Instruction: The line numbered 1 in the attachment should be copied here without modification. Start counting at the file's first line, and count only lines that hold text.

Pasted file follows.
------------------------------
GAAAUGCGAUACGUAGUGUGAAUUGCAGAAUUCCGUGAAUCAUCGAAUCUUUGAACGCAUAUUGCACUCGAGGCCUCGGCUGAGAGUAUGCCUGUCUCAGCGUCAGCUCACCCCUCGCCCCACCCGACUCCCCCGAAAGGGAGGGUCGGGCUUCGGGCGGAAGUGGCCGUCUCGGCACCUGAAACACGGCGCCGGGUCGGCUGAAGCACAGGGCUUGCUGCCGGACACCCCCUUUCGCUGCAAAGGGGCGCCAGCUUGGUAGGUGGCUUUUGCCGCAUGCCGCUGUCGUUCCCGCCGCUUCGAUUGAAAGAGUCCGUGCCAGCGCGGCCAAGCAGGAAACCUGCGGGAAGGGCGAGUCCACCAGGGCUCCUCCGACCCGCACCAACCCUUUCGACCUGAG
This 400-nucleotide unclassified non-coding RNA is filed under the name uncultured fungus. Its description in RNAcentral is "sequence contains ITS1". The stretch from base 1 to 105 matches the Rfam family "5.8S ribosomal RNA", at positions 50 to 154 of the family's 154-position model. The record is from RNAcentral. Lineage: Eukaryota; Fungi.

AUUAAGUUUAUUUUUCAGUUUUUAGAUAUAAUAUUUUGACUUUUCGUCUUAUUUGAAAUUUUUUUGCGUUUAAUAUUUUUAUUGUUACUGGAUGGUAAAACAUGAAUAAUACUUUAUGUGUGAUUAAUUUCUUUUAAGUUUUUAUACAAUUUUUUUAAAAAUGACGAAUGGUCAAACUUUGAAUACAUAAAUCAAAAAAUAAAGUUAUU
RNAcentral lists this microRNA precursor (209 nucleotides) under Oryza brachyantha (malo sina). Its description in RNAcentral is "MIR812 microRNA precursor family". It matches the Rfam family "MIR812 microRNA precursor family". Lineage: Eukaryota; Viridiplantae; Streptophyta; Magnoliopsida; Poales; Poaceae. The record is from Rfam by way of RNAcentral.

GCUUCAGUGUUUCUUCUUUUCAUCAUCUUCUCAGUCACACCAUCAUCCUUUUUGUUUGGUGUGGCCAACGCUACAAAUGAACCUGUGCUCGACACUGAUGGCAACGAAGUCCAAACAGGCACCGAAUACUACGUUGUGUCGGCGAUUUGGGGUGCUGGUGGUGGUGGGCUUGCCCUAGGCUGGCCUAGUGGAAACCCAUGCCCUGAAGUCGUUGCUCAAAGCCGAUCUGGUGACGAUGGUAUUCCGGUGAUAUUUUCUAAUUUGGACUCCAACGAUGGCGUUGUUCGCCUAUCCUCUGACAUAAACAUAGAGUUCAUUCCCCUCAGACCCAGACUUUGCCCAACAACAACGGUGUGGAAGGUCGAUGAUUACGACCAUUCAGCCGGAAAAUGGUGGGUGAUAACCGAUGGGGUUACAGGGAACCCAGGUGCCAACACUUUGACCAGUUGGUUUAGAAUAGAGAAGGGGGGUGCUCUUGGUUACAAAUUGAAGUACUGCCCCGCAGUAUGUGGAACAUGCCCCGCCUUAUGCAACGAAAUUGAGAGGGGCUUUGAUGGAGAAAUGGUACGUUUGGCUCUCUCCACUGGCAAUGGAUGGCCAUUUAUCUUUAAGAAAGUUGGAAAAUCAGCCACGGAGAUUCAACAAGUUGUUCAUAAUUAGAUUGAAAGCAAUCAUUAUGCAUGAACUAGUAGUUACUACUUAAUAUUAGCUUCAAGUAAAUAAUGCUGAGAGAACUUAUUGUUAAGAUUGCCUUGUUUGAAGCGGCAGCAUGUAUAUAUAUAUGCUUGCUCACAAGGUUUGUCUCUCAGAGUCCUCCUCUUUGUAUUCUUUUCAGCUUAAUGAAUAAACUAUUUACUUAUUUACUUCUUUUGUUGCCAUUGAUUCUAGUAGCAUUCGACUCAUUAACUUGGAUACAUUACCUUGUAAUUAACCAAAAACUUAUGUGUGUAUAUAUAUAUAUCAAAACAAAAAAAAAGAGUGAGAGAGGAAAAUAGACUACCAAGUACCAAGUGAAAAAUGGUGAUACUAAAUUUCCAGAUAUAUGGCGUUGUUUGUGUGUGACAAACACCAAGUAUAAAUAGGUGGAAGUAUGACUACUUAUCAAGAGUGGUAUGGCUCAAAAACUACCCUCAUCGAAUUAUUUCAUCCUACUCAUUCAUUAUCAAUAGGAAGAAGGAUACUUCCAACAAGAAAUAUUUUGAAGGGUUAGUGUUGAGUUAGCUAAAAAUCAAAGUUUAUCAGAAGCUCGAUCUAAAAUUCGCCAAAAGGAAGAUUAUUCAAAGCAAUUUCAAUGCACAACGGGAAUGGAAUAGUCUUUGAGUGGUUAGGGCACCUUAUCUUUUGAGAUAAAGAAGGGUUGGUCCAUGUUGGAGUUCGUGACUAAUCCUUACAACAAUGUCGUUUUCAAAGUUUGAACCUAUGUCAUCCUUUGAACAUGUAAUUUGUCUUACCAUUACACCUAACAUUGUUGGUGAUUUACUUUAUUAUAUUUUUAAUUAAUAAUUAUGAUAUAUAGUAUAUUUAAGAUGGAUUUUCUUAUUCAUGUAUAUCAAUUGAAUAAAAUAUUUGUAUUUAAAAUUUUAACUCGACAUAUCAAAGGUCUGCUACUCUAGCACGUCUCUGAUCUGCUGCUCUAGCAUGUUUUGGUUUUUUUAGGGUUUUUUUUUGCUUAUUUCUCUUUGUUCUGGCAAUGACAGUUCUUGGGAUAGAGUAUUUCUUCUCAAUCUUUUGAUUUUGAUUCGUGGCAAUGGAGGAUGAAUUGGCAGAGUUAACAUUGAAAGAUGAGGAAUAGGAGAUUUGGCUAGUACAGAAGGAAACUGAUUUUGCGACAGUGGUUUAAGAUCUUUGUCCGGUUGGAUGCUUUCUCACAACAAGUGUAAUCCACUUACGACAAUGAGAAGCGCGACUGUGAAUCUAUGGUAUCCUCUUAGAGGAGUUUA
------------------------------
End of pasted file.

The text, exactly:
GAAAUGCGAUACGUAGUGUGAAUUGCAGAAUUCCGUGAAUCAUCGAAUCUUUGAACGCAUAUUGCACUCGAGGCCUCGGCUGAGAGUAUGCCUGUCUCAGCGUCAGCUCACCCCUCGCCCCACCCGACUCCCCCGAAAGGGAGGGUCGGGCUUCGGGCGGAAGUGGCCGUCUCGGCACCUGAAACACGGCGCCGGGUCGGCUGAAGCACAGGGCUUGCUGCCGGACACCCCCUUUCGCUGCAAAGGGGCGCCAGCUUGGUAGGUGGCUUUUGCCGCAUGCCGCUGUCGUUCCCGCCGCUUCGAUUGAAAGAGUCCGUGCCAGCGCGGCCAAGCAGGAAACCUGCGGGAAGGGCGAGUCCACCAGGGCUCCUCCGACCCGCACCAACCCUUUCGACCUGAG